In the Academy days, when you’re seeing numbers like that you’re like ‘wow’ and you want to try and replicate that in the first team as well but it’s obviously a much tougher league and it’s hard to get goals.

You want to be that player who every team fears and where you have a target to get a goal or an assist for the team in every match you play, to help the team as much as possible because that contributes at the end of the game. You scoring or assisting helps the team win so I look at it like that.

If I can get a goal one game and then maybe the next game I get an assist and the next game a goal again, it’s helpful for all aspects. I want to be one of those players that you know is regularly on the scoresheet.

Against Tottenham recently, you lined up further forward alongside Mason Mount and with Reece James on the outside as wing-back. Playing close to those long-time team-mates must surely help you perform even better?

I’ve been playing with Reece and Mason for a lot of years now so I know their qualities and capabilities, and they know what I can do. Playing with them is easier because they know exactly what I'm able to do on the pitch, they’re able to help me and link up with me as quick as possible. They know what I'm capable of going forward and I know what they’re capable of doing as well so it’s good to link up with them.

Coming through the Academy, it’s a nice feeling to know we’re doing the Academy proud. We want to keep going as a collective, keep trying to win as many points and get as many games as possible. It’s always nice to link up with the boys - they’re humble with good energy so it’s good to keep playing around them and I just hope it carries on for many years.

People often talk about Chelsea’s young players as a collective and perhaps forget you are actually a year younger than Reece, two years younger than Mason and three years younger than Tammy Abraham. Do you think that gets overlooked?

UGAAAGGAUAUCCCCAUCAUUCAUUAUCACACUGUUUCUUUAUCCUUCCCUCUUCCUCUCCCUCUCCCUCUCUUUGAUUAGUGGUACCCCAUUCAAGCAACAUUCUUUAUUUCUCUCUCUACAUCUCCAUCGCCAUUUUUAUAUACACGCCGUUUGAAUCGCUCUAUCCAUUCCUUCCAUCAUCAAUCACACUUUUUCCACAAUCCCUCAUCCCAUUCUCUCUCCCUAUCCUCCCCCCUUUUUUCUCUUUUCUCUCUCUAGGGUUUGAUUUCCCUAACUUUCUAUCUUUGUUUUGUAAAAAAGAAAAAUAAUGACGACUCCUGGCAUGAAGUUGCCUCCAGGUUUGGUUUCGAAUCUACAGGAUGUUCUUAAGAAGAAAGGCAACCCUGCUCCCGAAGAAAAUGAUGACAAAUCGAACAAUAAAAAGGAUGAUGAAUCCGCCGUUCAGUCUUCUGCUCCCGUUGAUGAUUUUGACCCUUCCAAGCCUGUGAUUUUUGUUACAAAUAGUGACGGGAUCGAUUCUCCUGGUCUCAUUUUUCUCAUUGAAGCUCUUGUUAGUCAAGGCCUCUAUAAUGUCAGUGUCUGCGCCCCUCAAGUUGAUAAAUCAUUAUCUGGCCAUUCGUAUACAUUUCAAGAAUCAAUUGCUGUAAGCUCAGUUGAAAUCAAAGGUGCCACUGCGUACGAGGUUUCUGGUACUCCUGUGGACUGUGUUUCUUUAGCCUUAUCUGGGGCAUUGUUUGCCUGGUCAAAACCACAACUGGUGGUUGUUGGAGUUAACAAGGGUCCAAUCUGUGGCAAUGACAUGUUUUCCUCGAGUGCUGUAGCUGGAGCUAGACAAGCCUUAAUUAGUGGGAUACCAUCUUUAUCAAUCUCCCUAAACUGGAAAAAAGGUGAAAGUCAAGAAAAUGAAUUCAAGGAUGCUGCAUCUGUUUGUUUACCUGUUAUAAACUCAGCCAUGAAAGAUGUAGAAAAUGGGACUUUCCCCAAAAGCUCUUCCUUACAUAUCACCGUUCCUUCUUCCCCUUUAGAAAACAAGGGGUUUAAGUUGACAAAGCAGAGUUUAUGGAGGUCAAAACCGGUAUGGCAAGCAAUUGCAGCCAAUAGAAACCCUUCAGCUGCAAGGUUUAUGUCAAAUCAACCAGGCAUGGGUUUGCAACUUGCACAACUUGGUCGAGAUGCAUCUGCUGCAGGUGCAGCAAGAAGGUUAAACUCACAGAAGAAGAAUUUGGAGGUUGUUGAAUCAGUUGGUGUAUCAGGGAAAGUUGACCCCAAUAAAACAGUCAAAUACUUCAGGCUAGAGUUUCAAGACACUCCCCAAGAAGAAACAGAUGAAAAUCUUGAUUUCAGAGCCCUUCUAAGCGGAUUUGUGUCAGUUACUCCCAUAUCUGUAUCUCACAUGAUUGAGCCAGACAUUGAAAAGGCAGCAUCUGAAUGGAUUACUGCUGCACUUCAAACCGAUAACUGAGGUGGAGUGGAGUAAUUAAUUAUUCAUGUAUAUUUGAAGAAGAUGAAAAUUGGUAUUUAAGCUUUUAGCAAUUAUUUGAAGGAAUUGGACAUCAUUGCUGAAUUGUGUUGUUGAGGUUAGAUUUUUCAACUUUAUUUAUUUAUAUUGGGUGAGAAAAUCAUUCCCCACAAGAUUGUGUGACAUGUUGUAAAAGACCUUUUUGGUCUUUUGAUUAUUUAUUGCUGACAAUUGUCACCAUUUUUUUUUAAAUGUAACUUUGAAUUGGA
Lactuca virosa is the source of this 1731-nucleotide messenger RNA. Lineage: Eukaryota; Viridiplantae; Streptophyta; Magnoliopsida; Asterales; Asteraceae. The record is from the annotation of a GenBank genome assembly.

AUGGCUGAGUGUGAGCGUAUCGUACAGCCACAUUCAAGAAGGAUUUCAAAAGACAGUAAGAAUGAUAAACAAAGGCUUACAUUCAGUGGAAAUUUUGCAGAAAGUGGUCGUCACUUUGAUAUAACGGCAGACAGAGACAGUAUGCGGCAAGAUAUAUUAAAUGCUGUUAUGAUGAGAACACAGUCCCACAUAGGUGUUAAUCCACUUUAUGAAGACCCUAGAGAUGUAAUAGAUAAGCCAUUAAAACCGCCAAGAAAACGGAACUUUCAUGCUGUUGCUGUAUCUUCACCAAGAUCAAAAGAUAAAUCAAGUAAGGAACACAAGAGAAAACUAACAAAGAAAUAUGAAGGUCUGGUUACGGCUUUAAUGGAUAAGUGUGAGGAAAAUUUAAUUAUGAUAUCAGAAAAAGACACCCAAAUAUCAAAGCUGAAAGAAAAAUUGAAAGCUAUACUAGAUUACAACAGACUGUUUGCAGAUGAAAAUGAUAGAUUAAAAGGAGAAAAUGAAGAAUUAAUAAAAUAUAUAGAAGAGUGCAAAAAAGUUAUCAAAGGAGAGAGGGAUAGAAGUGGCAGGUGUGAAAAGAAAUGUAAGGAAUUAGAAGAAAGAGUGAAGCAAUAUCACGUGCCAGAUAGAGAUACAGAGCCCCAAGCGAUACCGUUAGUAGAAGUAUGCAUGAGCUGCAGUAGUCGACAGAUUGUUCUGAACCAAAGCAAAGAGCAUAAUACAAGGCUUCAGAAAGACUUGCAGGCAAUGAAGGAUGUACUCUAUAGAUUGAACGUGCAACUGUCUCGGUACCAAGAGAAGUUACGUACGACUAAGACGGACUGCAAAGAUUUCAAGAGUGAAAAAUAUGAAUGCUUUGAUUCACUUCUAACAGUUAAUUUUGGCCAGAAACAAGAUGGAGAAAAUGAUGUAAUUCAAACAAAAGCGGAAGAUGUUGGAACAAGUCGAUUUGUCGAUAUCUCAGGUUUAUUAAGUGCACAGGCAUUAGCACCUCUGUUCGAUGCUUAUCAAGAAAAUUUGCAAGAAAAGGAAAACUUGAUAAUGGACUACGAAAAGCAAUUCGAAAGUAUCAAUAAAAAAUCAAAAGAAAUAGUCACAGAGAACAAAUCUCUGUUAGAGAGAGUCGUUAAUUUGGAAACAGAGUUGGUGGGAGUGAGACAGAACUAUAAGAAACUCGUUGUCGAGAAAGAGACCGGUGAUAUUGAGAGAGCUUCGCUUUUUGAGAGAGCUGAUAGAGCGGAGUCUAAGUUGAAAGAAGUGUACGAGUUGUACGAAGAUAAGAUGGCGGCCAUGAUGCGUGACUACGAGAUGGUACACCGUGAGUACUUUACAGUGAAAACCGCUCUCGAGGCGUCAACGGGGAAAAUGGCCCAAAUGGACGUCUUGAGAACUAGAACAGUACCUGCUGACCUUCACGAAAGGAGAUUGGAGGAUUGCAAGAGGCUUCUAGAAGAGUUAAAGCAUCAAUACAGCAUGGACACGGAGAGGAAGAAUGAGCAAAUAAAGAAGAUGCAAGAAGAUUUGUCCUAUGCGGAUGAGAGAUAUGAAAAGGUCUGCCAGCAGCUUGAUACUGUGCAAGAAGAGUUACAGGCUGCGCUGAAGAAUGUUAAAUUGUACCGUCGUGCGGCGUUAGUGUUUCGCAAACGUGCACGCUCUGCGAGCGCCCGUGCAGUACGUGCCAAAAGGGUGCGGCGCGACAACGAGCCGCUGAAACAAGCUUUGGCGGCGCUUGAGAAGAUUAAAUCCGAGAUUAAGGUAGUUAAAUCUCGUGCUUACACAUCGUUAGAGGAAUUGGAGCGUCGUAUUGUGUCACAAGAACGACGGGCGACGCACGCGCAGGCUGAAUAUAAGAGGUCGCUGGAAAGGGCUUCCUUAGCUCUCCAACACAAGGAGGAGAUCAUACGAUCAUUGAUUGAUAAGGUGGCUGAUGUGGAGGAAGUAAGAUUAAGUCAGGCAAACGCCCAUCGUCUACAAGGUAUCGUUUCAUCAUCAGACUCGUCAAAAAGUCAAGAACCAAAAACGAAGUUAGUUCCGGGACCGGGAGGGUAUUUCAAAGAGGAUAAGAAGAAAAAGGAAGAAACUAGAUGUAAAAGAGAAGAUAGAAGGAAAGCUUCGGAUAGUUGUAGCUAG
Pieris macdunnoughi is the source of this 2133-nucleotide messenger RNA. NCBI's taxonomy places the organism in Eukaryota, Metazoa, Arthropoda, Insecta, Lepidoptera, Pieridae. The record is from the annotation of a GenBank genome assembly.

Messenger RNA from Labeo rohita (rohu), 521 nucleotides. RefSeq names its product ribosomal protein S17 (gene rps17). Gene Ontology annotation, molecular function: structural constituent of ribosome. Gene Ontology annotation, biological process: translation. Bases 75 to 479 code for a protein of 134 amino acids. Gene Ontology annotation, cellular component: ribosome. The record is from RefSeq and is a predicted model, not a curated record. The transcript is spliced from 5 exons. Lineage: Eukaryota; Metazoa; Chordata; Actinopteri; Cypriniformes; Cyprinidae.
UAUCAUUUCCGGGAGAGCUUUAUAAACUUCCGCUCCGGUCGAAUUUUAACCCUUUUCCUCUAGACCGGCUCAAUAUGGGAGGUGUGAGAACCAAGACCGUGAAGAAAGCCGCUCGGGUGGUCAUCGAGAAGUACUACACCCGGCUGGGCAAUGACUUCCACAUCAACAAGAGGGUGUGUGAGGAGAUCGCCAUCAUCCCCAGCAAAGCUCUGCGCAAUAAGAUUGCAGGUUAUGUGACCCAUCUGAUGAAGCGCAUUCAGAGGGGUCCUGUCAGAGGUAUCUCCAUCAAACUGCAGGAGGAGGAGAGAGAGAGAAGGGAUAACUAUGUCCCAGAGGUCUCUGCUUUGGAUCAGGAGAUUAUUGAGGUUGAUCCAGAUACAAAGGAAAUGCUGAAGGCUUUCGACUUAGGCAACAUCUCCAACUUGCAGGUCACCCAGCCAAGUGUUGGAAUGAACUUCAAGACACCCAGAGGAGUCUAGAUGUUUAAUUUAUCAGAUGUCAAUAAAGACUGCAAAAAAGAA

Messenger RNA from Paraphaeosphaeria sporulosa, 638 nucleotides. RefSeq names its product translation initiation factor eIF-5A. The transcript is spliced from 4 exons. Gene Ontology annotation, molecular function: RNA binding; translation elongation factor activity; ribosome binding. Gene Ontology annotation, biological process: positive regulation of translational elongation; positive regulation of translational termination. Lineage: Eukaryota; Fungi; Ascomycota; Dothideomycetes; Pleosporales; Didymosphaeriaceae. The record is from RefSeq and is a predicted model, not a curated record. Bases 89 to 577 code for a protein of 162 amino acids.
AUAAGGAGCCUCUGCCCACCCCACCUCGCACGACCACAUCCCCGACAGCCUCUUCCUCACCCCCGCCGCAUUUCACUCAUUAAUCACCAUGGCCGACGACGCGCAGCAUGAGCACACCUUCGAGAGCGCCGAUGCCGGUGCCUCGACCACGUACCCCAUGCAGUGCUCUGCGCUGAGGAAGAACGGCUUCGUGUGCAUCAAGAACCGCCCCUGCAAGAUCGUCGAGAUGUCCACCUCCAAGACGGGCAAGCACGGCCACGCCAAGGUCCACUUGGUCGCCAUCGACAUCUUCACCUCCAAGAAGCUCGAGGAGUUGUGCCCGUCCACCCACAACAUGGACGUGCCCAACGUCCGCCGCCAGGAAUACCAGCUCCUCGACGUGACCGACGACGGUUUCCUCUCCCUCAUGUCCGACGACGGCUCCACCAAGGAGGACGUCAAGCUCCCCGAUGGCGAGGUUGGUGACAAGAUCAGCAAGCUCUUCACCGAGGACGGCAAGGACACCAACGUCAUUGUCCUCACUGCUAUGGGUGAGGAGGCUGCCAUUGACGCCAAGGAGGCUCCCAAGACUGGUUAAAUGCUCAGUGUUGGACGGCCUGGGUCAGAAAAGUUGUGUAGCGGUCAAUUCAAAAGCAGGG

Of course. I feel like sometimes people forget but if they’re talking about us all as one, it’s a good thing really to be spoken about, and talking about all of us as a collective is a nice feeling at times as well. You want to be playing as a mature player and a professional. You want to be a player that looks mature and looks like you’re doing the right things on the pitch and helping the team as much as possible.

I don’t really like to listen to it much. I like to just focus on the pitch and listen to my family, the manager, my friends and team-mates around me. I listen to what they have to tell me because they’re just going to give me the best advice to get better. I like to listen to them and hopefully they keep advising me to become better.

Do you still consider yourself a young player after three seasons in and around the senior set-up?

I wouldn’t say I feel fully comfortable. Obviously I’ve been around the first team for a little while now so I’m feeling comfortable. I’ve been with everybody here for a long time so it’s nice but I don’t feel established yet. I’m still trying to fight my way into making sure I become a better player day by day and hopefully working harder day by day.

It’s a nice feeling to know I’ve been around these players for so long and we’re all gelling so well as a team. We’re all getting comfortable with each other, knowing what everybody enjoys and how we all play but I just want to keep going out on the pitch and doing what I do best, which is enjoying my football.

When people think of Callum Hudson-Odoi the player, they're probably drawn to your speed, skill and dribbling qualities, but perhaps one of your best attributes is your passing range and that hardly ever seems to get discussed. How important is that part of your game?